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20th Anniversary
Parmigiani Fleurier - Michel Parmigiani

Parmigiani Fleurier Michel Parmigiani


Michel Parmigiani is a relentless perfectionist. His early days in horology were not at the most opportune time: in 1976, quartz was wreaking havoc in the world of mechanical watchmaking. “I felt like an outcast, starting out on the wrong path against all prevailing wisdom,” he recalls. But he had spotted something others had failed to see: the beauty of old-fashioned watchmaking and its great masters.

After some 15 years working in restoration, Michel Parmigiani was entrusted with maintenance of the Sandoz collection – a priceless treasure trove. As a result, he met Pierre Landolt, president of the Sandoz Family Foundation; and in 1996, Landolt provided him with the resources to start a business in his own name. At the turn of the millennium, ‘Parmigiani Fleurier’ embarked on a series of acquisitions in order to become an integrated Manufacture. In 2000, the firm bought out Bruno Affolter, later known as Les Artisans Boîtiers. That same year, Elwin and Atokalpa joined the group, bringing with them skills in machining, gears, micro-components, and regulating organs. In 2003, Vaucher Manufacture was founded, and in 2005, dial manufacturers Quadrance & Habillage joined the group. In 2006 they all became the Sandoz Family Foundation’s Watchmaking Hub, with Parmigiani Fleurier as a client.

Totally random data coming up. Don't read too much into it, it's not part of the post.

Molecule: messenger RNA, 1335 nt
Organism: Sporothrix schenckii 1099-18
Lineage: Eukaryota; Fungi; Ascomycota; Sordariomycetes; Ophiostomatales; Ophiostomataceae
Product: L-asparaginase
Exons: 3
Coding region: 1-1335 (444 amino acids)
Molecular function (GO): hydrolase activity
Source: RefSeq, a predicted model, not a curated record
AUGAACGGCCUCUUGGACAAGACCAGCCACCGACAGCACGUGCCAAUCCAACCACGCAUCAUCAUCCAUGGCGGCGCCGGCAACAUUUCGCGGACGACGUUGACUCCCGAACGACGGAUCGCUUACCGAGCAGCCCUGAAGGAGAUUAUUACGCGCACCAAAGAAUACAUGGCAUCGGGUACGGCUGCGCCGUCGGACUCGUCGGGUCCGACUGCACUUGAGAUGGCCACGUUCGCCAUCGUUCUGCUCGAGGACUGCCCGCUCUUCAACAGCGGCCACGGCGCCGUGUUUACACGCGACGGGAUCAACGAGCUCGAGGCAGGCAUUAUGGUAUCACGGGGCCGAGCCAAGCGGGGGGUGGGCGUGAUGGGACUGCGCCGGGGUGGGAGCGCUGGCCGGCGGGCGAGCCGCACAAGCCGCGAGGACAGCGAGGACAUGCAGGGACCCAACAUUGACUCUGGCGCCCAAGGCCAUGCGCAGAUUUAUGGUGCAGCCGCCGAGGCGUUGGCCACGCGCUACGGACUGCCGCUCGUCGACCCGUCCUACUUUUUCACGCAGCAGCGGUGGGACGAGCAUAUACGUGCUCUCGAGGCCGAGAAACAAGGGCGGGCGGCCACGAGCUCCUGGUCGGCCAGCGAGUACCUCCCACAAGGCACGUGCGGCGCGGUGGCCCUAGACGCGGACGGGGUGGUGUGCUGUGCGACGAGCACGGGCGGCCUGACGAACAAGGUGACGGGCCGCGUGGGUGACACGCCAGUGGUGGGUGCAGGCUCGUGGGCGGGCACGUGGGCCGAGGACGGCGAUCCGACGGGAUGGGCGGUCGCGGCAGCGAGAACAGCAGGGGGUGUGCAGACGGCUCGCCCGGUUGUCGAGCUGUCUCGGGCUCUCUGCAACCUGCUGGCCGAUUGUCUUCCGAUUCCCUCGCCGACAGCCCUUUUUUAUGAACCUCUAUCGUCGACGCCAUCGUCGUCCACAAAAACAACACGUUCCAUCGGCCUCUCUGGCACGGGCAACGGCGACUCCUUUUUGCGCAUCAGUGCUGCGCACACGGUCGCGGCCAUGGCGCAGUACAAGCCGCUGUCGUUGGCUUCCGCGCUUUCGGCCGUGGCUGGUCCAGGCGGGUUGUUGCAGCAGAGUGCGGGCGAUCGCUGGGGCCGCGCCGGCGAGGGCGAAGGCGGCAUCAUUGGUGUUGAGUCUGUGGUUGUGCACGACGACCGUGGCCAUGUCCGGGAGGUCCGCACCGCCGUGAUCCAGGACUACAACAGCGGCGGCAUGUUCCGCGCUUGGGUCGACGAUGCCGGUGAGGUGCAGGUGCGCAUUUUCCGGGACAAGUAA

Michel Parmigiani

Michel Parmigiani © Parmigiani Fleurier

Parmigiani made a very personal contribution to the new millennium. The Kalpa, Pershing, and Toric all introduced compelling new formats. La Tonda reinvented 1950s classicism. The brand drew inspiration from traditional fine watchmaking whilst creating its own identity, featuring ‘delta’ hands and dials with guilloché, hobnail and meteorite finishings. Parmigiani’s art resides in subtleties, discernible only to the experienced eye of seasoned collectors.

Occasionally, Parmigiani allows himself a little extravagance. The telescopic hands on his Ovale Pantographe extend to match the curves of the case as they rotate – a complication that had not been used for two hundred years. Rather than being round and flat, the movements in his Bugatti are cylindrical and vertical. By 2020, when Michel Parmigiani turned 70, the hard worker had ploughed a deep furrow – one in which plenty of young shoots have sprouted.

*On the occasion of GMT Magazine and WorldTempus' 20th anniversary, we have embarked on the ambitious project of summarising the last 20 years in watchmaking in The Millennium Watch Book, a big, beautifully laid out coffee table book. This article is an extract. The Millennium Watch Book is available on www.the-watch-book.com, in French and English, with a 10% discount if you use the following code: WT2021.

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One of the more recent success stories of the Swiss watchmaking industry, Parmigiani Fleurier emerged from the close relationship between watchmaker Michel Parmigiani and the Sandoz Family Foundation.

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